Summary of Activism in 2023 and a Preview of Activism in 2024

Andrew Freedman is Co-Managing Partner and Chair of Shareholder Activism Practice at Olshan Frome Wolosky LLP. This post was prepared for the Forum by Mr. Freedman. Related research from the Program on Corporate Governance includes The Long-Term Effects of Hedge Fund Activism (discussed on the Forum here) by Lucian A. Bebchuk, Alon Brav, and Wei Jiang; Dancing with Activists (discussed on the Forum here) by Lucian A. Bebchuk, Alon Brav, Wei Jiang, and Thomas Keusch; and Who Bleeds When the Wolves Bite? A Flesh-and-Blood Perspective on Hedge Fund Activism and Our Strange Corporate Governance System (discussed on the Forum here) by Leo E. Strine, Jr.

While shareholder activism in the U.S. was robust in 2023, we fell just short of a breakout year in terms of the number of activist engagements and other metrics. As expected, many activists, particularly would-be first-time activists, stood on the sidelines in order to get a sense of what a full year under the universal proxy card (“UPC”) rules would look like. Similarly, some activists were hesitant to jump into the fray until the Securities and Exchange Commission (“SEC”) announced final rules governing its proposed modernization of the Schedule 13D reporting system. Nevertheless, shareholder activists proved to be highly impactful in 2023 in terms of their ability to influence boards, obtaining a record number of board seats since 2018.


2024 Proxy Season Trends: Zenith or Nadir?

Arthur B. Crozier is Executive Chair, and Gabrielle E. Wolf and Jonathan L. Kovacs are Directors at Innisfree M&A Inc. This post was prepared for the Forum by Mr. Crozier, Ms. Wolf, and Mr. Kovacs.

The 2023 proxy season represented a notable departure from recent trends in prior proxy seasons, particularly with respect to proxy fights and voting on environmental and social (E&S) proposals. This article examines if those trends are likely to continue in 2024 and the possible impacts of recent judicial and regulatory developments on the ability of typical participants (issuers, activists, ESG and anti-ESG crusaders and other shareholder proponents) and unfamiliar or returning entrants (unions and trade associations) to gain access to the corporate governance machinery.


PJT Partners 2024 Proxy Season Preview

Allie Rutherford is a Partner, Adrienne Monley is Managing Director, and Eric Sumberg is Director at PJT Camberview. This post is based on their PJT Camberview memorandum.

The 2024 proxy season will take place during a time of elevated activism activity, heightened geopolitical risk and greater scrutiny of how companies are managing through challenging markets. The following five trends will shape how companies and investors navigate annual meetings this Spring.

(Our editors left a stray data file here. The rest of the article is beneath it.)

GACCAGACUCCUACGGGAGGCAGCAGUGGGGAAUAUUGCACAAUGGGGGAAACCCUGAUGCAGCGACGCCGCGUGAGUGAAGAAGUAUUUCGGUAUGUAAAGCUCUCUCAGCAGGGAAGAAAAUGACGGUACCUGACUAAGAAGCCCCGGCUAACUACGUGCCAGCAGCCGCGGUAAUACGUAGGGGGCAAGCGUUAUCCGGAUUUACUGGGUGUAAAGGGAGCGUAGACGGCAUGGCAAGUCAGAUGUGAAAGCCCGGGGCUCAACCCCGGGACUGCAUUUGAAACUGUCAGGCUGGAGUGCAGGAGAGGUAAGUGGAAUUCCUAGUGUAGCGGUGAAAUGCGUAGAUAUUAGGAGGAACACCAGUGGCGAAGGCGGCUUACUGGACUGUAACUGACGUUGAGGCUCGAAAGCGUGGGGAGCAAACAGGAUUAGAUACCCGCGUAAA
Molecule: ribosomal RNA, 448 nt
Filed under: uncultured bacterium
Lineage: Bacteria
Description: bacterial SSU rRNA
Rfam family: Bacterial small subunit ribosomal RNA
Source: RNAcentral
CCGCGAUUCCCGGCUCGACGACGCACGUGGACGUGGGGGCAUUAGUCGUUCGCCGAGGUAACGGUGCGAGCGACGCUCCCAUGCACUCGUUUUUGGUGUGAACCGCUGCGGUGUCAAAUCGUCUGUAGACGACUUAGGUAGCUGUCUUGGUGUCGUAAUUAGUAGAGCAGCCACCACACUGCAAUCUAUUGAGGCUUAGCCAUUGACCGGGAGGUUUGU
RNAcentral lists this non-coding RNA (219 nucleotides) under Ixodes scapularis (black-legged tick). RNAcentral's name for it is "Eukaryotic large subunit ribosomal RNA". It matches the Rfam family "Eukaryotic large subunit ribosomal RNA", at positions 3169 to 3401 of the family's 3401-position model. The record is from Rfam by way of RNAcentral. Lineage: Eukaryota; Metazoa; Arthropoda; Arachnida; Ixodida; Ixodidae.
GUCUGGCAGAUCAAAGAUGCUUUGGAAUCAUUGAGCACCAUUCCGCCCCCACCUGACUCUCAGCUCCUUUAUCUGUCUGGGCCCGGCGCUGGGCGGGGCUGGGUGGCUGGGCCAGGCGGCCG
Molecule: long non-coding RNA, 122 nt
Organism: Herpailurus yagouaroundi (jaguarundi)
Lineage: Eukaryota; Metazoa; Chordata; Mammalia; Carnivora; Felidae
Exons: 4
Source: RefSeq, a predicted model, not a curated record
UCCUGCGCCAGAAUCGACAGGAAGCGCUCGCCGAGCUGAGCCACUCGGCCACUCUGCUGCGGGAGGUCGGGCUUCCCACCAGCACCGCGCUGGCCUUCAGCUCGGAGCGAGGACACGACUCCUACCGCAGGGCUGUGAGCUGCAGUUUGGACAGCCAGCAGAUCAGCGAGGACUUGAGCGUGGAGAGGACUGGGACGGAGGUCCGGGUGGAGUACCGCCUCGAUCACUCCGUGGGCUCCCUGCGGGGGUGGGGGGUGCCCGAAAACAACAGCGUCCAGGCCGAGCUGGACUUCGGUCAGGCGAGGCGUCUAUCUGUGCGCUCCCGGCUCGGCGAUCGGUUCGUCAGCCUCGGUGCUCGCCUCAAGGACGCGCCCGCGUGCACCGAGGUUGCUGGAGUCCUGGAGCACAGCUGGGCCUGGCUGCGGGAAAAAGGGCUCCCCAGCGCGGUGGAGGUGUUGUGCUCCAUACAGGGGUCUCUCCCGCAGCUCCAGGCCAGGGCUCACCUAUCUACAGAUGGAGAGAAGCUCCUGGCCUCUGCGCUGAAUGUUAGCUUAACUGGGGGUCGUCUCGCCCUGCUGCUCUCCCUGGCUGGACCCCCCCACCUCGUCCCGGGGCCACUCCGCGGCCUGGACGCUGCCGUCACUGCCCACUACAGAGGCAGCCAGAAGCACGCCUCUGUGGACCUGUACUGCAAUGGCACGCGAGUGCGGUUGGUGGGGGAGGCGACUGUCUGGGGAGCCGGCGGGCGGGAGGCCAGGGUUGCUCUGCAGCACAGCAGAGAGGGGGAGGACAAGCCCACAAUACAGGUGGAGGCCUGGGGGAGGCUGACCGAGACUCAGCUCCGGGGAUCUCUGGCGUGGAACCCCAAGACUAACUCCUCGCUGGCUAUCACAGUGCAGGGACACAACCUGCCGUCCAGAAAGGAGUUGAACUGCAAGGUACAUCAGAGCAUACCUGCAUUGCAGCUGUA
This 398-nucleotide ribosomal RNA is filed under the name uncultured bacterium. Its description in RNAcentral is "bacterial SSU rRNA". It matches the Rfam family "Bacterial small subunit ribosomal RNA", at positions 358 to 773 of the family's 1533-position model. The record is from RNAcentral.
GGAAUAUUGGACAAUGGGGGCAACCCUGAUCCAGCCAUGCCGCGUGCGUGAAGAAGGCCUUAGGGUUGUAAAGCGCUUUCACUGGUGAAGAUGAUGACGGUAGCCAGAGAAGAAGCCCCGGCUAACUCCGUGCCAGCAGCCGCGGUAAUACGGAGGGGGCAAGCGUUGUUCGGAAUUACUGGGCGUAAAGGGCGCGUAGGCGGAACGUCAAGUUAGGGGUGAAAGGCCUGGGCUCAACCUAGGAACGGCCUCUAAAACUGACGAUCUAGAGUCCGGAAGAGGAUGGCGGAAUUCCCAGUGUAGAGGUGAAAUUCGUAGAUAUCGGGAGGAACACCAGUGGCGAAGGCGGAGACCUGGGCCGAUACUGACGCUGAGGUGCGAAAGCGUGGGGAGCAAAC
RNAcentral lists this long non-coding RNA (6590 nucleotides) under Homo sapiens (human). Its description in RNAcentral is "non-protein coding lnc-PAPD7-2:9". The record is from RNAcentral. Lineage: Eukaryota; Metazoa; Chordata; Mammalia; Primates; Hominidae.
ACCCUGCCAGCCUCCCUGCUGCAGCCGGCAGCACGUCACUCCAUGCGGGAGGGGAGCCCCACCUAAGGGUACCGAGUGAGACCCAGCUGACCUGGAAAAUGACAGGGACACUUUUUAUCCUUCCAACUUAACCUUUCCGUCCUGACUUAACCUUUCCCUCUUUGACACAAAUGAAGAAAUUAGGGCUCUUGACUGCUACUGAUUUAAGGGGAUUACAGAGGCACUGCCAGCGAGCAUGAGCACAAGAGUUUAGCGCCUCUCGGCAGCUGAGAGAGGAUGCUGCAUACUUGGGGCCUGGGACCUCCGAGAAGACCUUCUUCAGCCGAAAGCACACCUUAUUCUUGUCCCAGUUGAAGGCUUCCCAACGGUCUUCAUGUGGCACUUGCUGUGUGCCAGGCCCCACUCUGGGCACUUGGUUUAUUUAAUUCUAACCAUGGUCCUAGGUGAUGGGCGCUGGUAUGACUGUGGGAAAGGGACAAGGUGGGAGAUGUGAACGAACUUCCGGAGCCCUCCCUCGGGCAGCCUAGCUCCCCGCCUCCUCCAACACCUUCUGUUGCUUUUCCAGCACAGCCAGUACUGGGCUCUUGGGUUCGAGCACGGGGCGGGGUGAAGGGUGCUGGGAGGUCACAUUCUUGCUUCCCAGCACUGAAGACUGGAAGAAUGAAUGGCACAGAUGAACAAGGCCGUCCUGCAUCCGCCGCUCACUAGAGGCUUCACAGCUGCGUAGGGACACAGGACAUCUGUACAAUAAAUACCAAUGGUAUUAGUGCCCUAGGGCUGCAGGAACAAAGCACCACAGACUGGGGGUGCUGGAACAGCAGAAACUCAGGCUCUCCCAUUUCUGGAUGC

1. Investors Will Focus on Board Effectiveness as New Risks Emerge for Companies

Companies are contending with geopolitical uncertainty, challenging labor dynamics and the emergence of new risks and opportunities such as artificial intelligence (AI) and other disruptive factors. In this complex environment, investors are focused on how well boards are positioned to provide effective oversight and support value-accretive decision-making. For 2024, investors have articulated engagement priorities and policy updates emphasizing the importance of strong board composition and succession planning practices and have signaled continued interest in understanding how boards identify and oversee material risks.


Tornetta v. Musk is the Rule of Law at Work

Holger Spamann is the Lawrence R. Grove Professor at Harvard Law School. This post is based on his recent op-ed. Related research from the Program on Corporate Governance includes Executive Compensation as an Agency Problem and Pay without Performance: The Unfulfilled Promise of Executive Compensation both by Lucian A. Bebchuk and Jesse M. Fried; The Growth of Executive Pay by Lucian A. Bebchuk and Yaniv Grinstein; and The CEO Pay Slice (discussed on the Forum here) by Lucian A. Bebchuk, Martijn Cremers, and Urs Peyer.

In an op-ed in the Wall Street Journal on February 22, Gov. Jeb Bush and Joe Lonsdale have it exactly backwards when they complain that Tornetta v. Musk “imperil[s] the rule of law.” Messrs. Bush and Lonsdale misrepresent the case as “arbitrary enforcement” in violation of “equality before the law.” The aspects of Tornetta that Messrs. Bush and Lonsdale complain about, however, are just business as usual in U.S. corporate law. Tornetta does exactly what Messrs. Bush and Lonsdale want courts to do: it applies “equal justice” even to the most powerful, most vocal CEO alive.


2024 Proxy Season Preview: Looking for a Silver Lining

Merel Spierings is Senior Researcher for the ESG Center at The Conference Board. This post is based on an upcoming Conference Board report, which was developed using data from ESG analytics firm ESGAUGE and produced in collaboration with Russell Reynolds Associates and Rutgers Center for Corporate Law and Governance.

Companies and major institutional investors are interested in finding common ground with each other as they deal with a random assortment of shareholder proposals this year amid ardent pro- and anti-ESG pressures. This article touches on the key developments we should be watching heading into the new proxy season.

With shareholder proposals becoming more prescriptive and costly to implement, investors are willing listen to companies’ explanations of the cost-benefit analysis of proposals.

Last year’s record number of shareholder proposals led to “proposal fatigue” among major institutional investors and corporations alike – and proposals’ deteriorating quality led to declining support. Rather than being discouraged after two years of declining average support, however, shareholders submitting proposals are responding by adjusting their proposals (e.g., trying somewhat different angles to an issue they raised before) or adopting new issues (e.g., by piggybacking on a more successful proposal submitted by someone else in a previous year). As a result, along with topics such as Artificial Intelligence, the 2024 proxy season is seeing a proliferation of new types of shareholder proposals, including on the clean energy (“green versus brown”) financing ratio at financial institutions; treating shareholder nominees for the board on par with company nominees; imposing new resignation obligations on directors failing to obtain a majority vote for two years in a row.


Rebellion extinction: Does Exxon mark the end of shareholder engagement?